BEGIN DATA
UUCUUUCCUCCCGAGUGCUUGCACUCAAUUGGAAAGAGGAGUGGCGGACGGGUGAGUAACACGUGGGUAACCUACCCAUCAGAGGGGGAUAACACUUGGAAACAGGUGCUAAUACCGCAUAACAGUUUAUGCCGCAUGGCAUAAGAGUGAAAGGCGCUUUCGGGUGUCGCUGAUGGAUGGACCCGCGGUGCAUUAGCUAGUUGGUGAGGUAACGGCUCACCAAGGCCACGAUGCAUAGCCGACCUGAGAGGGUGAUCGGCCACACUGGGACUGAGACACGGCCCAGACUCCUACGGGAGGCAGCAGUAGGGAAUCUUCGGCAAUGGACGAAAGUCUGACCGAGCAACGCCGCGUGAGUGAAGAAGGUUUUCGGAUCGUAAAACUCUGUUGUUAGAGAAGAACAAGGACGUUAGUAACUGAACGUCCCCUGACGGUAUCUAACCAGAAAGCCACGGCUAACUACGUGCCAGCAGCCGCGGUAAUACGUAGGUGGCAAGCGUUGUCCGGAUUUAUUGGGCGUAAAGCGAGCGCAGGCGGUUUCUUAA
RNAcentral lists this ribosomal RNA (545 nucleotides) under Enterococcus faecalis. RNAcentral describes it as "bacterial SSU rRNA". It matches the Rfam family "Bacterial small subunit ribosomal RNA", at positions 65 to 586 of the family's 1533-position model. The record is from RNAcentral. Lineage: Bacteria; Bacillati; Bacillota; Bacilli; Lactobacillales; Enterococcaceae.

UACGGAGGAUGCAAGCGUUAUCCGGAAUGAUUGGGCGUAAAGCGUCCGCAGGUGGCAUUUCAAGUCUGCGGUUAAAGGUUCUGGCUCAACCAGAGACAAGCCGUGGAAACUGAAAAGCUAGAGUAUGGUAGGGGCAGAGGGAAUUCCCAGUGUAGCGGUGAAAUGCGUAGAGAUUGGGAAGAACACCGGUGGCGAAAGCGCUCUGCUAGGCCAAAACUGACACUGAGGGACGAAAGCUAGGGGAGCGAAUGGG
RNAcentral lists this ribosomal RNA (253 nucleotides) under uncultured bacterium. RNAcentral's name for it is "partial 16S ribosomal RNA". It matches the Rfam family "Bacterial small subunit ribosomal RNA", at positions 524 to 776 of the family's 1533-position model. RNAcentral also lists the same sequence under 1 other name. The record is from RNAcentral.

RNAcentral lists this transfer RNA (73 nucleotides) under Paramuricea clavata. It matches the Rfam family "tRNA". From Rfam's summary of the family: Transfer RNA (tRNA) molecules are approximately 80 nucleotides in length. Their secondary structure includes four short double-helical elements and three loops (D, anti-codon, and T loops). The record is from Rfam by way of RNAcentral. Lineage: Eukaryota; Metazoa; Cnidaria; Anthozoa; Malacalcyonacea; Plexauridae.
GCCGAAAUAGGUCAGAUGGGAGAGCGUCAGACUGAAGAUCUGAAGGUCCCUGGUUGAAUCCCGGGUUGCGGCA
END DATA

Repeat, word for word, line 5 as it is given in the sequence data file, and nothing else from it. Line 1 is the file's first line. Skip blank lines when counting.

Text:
RNAcentral lists this transfer RNA (73 nucleotides) under Paramuricea clavata. It matches the Rfam family "tRNA". From Rfam's summary of the family: Transfer RNA (tRNA) molecules are approximately 80 nucleotides in length. Their secondary structure includes four short double-helical elements and three loops (D, anti-codon, and T loops). The record is from Rfam by way of RNAcentral. Lineage: Eukaryota; Metazoa; Cnidaria; Anthozoa; Malacalcyonacea; Plexauridae.